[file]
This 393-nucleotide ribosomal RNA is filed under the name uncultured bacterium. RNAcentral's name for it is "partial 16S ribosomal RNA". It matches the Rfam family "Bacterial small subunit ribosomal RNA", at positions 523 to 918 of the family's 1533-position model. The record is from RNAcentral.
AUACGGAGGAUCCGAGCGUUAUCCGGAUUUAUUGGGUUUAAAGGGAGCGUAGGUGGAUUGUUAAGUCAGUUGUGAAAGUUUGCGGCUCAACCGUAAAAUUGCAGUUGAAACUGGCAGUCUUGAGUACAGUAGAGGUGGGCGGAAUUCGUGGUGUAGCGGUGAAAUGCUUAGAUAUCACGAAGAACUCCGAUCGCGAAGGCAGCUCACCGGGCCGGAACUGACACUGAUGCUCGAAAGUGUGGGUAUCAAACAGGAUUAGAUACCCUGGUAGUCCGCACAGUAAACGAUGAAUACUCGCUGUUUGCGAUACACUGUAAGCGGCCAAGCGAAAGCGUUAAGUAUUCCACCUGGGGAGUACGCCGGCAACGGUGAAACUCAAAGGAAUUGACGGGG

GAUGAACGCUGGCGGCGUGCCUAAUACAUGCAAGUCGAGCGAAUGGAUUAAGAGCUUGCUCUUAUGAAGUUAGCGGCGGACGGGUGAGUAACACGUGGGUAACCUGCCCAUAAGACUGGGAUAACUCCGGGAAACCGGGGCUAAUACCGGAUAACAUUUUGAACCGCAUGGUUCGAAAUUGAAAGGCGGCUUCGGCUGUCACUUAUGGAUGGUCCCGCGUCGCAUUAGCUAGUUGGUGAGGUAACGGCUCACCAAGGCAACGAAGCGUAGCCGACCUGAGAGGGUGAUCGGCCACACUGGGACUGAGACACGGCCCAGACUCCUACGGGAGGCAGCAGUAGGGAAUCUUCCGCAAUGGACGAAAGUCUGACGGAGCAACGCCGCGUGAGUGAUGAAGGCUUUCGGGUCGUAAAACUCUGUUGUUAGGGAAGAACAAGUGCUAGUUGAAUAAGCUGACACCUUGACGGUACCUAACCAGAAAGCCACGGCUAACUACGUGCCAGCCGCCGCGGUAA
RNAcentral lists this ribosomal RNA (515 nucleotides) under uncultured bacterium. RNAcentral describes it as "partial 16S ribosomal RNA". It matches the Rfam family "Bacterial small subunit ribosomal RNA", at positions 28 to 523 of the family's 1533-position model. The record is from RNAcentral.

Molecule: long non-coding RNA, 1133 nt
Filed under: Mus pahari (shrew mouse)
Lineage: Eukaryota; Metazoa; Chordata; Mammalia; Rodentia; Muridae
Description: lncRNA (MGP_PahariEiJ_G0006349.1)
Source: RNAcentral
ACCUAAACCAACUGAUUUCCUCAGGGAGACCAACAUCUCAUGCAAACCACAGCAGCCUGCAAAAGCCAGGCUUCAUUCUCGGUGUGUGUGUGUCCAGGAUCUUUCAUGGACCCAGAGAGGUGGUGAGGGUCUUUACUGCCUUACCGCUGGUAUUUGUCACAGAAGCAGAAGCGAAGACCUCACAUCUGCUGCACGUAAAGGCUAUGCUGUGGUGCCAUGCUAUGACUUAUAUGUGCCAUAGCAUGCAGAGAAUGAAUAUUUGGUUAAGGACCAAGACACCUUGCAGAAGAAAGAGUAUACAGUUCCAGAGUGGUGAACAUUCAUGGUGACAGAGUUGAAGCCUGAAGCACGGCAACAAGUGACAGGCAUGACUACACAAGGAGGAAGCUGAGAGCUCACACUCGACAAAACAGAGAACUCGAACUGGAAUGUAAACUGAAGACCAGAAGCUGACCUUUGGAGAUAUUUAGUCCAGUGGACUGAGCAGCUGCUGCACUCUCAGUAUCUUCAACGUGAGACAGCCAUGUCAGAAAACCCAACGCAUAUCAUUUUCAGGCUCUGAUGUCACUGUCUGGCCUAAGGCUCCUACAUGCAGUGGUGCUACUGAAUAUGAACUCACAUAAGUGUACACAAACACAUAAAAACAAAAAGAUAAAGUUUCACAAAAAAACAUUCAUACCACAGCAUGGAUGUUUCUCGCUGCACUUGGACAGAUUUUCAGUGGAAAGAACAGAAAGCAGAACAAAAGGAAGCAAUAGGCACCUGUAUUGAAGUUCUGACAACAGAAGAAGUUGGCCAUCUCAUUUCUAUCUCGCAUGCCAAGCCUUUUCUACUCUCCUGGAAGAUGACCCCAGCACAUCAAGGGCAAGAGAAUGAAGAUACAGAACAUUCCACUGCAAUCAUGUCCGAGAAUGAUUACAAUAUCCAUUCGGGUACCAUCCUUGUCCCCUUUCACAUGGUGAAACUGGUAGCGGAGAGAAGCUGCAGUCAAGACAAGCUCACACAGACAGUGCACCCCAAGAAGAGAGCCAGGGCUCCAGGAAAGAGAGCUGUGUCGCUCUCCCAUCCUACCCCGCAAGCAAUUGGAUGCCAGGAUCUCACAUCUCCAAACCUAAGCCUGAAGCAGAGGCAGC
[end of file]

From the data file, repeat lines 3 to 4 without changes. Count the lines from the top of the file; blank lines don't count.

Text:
GAUGAACGCUGGCGGCGUGCCUAAUACAUGCAAGUCGAGCGAAUGGAUUAAGAGCUUGCUCUUAUGAAGUUAGCGGCGGACGGGUGAGUAACACGUGGGUAACCUGCCCAUAAGACUGGGAUAACUCCGGGAAACCGGGGCUAAUACCGGAUAACAUUUUGAACCGCAUGGUUCGAAAUUGAAAGGCGGCUUCGGCUGUCACUUAUGGAUGGUCCCGCGUCGCAUUAGCUAGUUGGUGAGGUAACGGCUCACCAAGGCAACGAAGCGUAGCCGACCUGAGAGGGUGAUCGGCCACACUGGGACUGAGACACGGCCCAGACUCCUACGGGAGGCAGCAGUAGGGAAUCUUCCGCAAUGGACGAAAGUCUGACGGAGCAACGCCGCGUGAGUGAUGAAGGCUUUCGGGUCGUAAAACUCUGUUGUUAGGGAAGAACAAGUGCUAGUUGAAUAAGCUGACACCUUGACGGUACCUAACCAGAAAGCCACGGCUAACUACGUGCCAGCCGCCGCGGUAA
RNAcentral lists this ribosomal RNA (515 nucleotides) under uncultured bacterium. RNAcentral describes it as "partial 16S ribosomal RNA". It matches the Rfam family "Bacterial small subunit ribosomal RNA", at positions 28 to 523 of the family's 1533-position model. The record is from RNAcentral.